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Oklahoma State football: Quarterback Clint Chelf reflects on his path from third-team to bowl starter

CLINT CHELF Q&A — Oklahoma State's quarterback describes the most gratifying part of his ascension up the Cowboy depth chart.
BY GINA MIZELL Published: December 24, 2012
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photo - Oklahoma State's Clint Chelf (10) throws a pass during a college football game between Oklahoma State University (OSU) and Texas Tech University (TTU) at Boone Pickens Stadium in Stillwater, Okla., Saturday, Nov. 17, 2012.  Photo by Bryan Terry, The Oklahoman
Oklahoma State's Clint Chelf (10) throws a pass during a college football game between Oklahoma State University (OSU) and Texas Tech University (TTU) at Boone Pickens Stadium in Stillwater, Okla., Saturday, Nov. 17, 2012. Photo by Bryan Terry, The Oklahoman

STILLWATER — Clint Chelf admits he recently took time to think back on his improbable road this season from Oklahoma State's third-team quarterback to the stretch run starter.

The next step in that journey will be taking the first snap in the Heart of Dallas Bowl against Purdue on Jan. 1. And he will be directing an offense that recently lost its coordinator, Todd Monken.

Chelf talked with The Oklahoman last week about how Monken delivered the news he was leaving to the Cowboy quarterbacks, his favorite moment this season and how his family's Christmas festivities always featured a Bedlam twist.

The early bowl practices often allow a team to work on itself, rather than prepare for an opponent. How have those been going so far?

“It's going good. We went back and looked at the last two games and what we did wrong and tried to correct those mistakes and get better. And then after that was done, we started focusing on Purdue. They're a good team, and so we've got a lot of work to do left and we've got a lot of practicing to do.”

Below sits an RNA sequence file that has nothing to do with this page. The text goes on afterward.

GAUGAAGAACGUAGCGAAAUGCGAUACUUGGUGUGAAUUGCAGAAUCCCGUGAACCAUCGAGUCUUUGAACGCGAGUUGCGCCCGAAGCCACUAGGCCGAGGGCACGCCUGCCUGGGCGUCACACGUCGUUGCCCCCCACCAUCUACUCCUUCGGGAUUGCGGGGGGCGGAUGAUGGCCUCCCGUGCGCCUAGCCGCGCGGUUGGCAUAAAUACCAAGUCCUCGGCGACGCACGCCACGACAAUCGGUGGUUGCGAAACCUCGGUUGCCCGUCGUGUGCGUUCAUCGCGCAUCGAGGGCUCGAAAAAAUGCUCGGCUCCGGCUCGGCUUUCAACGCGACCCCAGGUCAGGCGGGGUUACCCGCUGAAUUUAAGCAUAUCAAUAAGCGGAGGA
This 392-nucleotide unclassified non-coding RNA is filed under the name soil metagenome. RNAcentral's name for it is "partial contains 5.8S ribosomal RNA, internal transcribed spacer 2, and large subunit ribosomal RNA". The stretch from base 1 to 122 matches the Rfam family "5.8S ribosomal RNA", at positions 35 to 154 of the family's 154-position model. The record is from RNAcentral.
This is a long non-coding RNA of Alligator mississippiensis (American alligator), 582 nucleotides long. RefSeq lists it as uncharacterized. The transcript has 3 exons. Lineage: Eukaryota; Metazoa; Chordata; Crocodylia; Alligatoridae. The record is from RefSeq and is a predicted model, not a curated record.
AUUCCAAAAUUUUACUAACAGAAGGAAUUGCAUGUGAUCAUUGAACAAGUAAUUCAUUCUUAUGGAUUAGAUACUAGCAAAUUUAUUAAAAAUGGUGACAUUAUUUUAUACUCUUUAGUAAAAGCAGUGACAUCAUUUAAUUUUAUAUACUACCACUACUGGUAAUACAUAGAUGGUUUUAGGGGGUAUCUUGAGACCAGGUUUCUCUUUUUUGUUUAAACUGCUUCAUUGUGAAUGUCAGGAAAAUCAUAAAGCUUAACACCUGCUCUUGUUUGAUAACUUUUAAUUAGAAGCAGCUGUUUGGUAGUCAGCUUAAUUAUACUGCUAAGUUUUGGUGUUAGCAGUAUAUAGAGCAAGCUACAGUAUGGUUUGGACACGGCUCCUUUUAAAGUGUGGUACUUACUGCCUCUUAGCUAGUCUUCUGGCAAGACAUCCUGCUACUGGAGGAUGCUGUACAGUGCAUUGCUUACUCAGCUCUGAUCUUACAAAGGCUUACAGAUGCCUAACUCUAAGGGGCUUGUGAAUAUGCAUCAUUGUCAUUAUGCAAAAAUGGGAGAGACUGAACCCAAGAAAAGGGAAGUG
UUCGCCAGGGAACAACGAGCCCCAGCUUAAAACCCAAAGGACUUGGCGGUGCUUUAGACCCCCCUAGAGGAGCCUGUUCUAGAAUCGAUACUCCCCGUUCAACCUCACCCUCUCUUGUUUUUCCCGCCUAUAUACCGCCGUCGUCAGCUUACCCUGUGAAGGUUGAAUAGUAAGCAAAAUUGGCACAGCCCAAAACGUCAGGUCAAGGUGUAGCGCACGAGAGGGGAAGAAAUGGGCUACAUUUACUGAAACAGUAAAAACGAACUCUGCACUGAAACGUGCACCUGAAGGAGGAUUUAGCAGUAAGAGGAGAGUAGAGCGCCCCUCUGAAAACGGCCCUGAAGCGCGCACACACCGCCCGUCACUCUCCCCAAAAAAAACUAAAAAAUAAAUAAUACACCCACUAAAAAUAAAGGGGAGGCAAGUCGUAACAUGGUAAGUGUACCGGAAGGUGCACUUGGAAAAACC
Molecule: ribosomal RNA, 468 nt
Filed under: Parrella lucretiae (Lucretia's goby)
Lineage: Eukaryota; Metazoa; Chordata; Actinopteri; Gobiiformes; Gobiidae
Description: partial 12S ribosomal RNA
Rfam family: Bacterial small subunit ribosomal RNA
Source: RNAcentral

How did you find out Monken was leaving to become the head coach at Southern Miss?

“He called us in the day before (he left) and just told us. He's a matter-of-fact guy, so he just said, ‘Guys, I've taken the job.' We kind of understood. It was our day off when he called the meeting, so we kind of knew something was up.”

Were you surprised at all by the announcement?

“We know what kind of business it is. We know the best way for his family was for him to take a head coaching job and further his career. We all kind of understood that, and we all know he's a great coach and he'll do well down there.”

Head coach Mike Gundy also interviewed with other schools. What's the coaching carousel like for players?

“We just understand that coaches have to do what's best. When you win games, that's going to happen, they're going to talk to your coaches. We all know that we have another game left and for us, as players, we just have to go out and keep practicing, keep performing and help the team win.”

Do you take it as a compliment that other schools want to talk with — and hire — your coaches?

“Exactly. That's what Coach Monken told us. He said if we didn't score any points and didn't win games, he wouldn't be looking for other head coaching jobs. He'd probably get fired. So he's very grateful for that, and we're very grateful to have had him.”

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